There's a special feeling in the air, and you somehow hear the music more and experience it more intensely. So, yeah, I'm loving every moment of it. Tomorrow marks a moment in history, the anniversary of the pandemic. Tomorrow marks a moment in history, the anniversary of a speech truly for the ages.

Our commentary is from columnist Charles Blow of The New York Times. Sixty years ago, on August 28, 1963, the centennial year of the Emancipation Proclamation, an estimated 250,000 people descended on Washington, D.C. for the March on Washington for Jobs and Freedom. That day, Martin Luther King Jr. took the stage and delivered one of the greatest speeches of his life. I have a dream that one day this nation will rise up and live out the true meaning of its creed. We hold these truths to be self-evident that all men are created equal. It is a beautiful speech.

It doesn't so much demand as it encourages. It is a great American speech, perfect for America's limited appetite for addressing America's inequities, both racial and economic. I have a dream today. It focuses more on the interpersonal and less on the systemic and structural. King would later say that he needed to confess that the dream he had had that day had at many points turned into a nightmare. In 1967, years after the passage of the Civil Rights Act and the Voting Rights Act, King would say in a television interview that after much soul-searching, he had come to see that some of the old optimism was a little superficial, and now it must be tempered with a solid realism. We have moved from a struggle for decency, which characterized our struggle for 10 or 12 years, to a struggle for genuine equality. In his The Other America speech delivered at Stanford University, King honed in on structural intransigence on the race issue. We must come to see now that integration is not merely a romantic or aesthetic something where you merely add color to a still predominantly white power structure. The night before he was assassinated, King underscored his evolving emphasis on structures saying to a crowd in Memphis... All we say to America is be true to what you said on paper.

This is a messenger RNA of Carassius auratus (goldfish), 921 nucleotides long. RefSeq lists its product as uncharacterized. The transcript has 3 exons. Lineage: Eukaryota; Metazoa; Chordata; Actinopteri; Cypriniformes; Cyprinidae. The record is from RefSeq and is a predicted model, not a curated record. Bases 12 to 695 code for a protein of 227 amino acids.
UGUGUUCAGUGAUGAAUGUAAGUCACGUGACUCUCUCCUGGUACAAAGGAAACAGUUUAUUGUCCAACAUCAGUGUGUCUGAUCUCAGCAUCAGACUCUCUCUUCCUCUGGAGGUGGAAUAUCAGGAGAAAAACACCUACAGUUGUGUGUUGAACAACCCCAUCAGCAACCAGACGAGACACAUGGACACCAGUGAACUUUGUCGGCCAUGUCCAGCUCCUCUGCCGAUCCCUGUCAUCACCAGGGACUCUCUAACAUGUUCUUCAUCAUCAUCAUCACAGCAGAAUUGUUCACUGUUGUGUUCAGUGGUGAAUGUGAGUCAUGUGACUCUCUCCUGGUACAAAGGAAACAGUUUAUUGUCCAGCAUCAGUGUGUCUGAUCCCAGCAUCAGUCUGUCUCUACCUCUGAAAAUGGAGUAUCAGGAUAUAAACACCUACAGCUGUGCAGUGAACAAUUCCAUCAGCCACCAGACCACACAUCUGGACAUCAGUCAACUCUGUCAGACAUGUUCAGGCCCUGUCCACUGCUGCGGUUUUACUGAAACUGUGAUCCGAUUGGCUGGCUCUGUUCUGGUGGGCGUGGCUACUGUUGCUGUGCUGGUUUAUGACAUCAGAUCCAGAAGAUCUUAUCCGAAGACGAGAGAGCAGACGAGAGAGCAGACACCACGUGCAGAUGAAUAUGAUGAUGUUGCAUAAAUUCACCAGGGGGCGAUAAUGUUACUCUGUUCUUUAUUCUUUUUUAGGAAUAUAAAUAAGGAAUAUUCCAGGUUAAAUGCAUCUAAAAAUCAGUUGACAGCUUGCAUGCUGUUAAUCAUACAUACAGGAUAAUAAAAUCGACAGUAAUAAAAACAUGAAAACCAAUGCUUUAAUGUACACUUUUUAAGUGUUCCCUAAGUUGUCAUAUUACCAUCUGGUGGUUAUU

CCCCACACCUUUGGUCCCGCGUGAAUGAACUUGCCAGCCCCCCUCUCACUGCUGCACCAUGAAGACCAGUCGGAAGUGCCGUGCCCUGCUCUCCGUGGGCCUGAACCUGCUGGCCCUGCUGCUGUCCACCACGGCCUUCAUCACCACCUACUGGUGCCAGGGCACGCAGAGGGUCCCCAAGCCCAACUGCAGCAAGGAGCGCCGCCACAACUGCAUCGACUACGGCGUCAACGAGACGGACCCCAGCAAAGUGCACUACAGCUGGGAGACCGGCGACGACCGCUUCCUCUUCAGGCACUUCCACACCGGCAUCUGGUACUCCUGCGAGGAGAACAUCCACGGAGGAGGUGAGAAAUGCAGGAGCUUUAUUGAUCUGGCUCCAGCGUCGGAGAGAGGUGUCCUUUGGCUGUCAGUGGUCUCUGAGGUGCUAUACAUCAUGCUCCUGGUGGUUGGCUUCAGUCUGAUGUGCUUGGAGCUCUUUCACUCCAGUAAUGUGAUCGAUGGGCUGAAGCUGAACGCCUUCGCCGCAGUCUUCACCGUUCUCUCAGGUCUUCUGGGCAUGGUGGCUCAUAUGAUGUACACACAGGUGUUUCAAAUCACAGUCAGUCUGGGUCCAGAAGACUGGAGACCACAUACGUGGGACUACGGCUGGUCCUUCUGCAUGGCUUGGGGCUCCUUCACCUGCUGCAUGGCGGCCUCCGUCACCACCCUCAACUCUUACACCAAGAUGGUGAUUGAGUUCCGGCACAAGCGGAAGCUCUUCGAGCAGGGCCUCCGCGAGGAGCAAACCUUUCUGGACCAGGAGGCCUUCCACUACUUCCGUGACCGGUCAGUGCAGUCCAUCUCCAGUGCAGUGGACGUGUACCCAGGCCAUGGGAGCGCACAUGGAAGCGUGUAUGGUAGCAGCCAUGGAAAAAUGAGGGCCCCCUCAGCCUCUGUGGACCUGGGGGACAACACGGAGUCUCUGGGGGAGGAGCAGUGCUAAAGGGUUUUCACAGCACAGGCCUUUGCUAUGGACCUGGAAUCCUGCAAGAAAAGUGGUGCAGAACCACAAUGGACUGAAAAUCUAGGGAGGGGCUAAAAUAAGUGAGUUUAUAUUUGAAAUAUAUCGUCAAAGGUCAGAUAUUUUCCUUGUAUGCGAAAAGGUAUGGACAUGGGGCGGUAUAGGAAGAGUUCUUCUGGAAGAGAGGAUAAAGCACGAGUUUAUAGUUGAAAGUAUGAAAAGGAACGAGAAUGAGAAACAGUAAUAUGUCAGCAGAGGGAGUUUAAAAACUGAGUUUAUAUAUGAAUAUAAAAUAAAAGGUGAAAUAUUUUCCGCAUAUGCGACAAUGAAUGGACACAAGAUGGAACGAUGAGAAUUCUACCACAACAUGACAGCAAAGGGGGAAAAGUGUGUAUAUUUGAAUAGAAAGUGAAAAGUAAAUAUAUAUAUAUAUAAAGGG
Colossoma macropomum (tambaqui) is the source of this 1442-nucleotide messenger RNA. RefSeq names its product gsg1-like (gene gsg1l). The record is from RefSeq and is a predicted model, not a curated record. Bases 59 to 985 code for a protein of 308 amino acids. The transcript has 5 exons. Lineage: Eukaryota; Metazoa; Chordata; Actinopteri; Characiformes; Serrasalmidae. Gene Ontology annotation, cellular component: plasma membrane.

As we remember the March on Washington and honor King, we must acknowledge that there is no way to do justice to the man or the movement without accepting their growth and evolution, even when they challenge and discomfort. I'm Tracey Smith. Thank you for listening, and please join us when our trumpet sounds again next Sunday morning.

Hey, Prime members. You can listen to CBS Sunday Morning with Jane Pauley ad-free on Amazon Music. Download the Amazon Music app today. Or you can listen ad-free with Wondery Plus in Apple Podcasts. Before you go, tell us about yourself by completing a short survey at slash survey. survey.
Whisper: medium.en / 2023-08-27 16:10:00 / 2023-08-27 16:32:09 / 22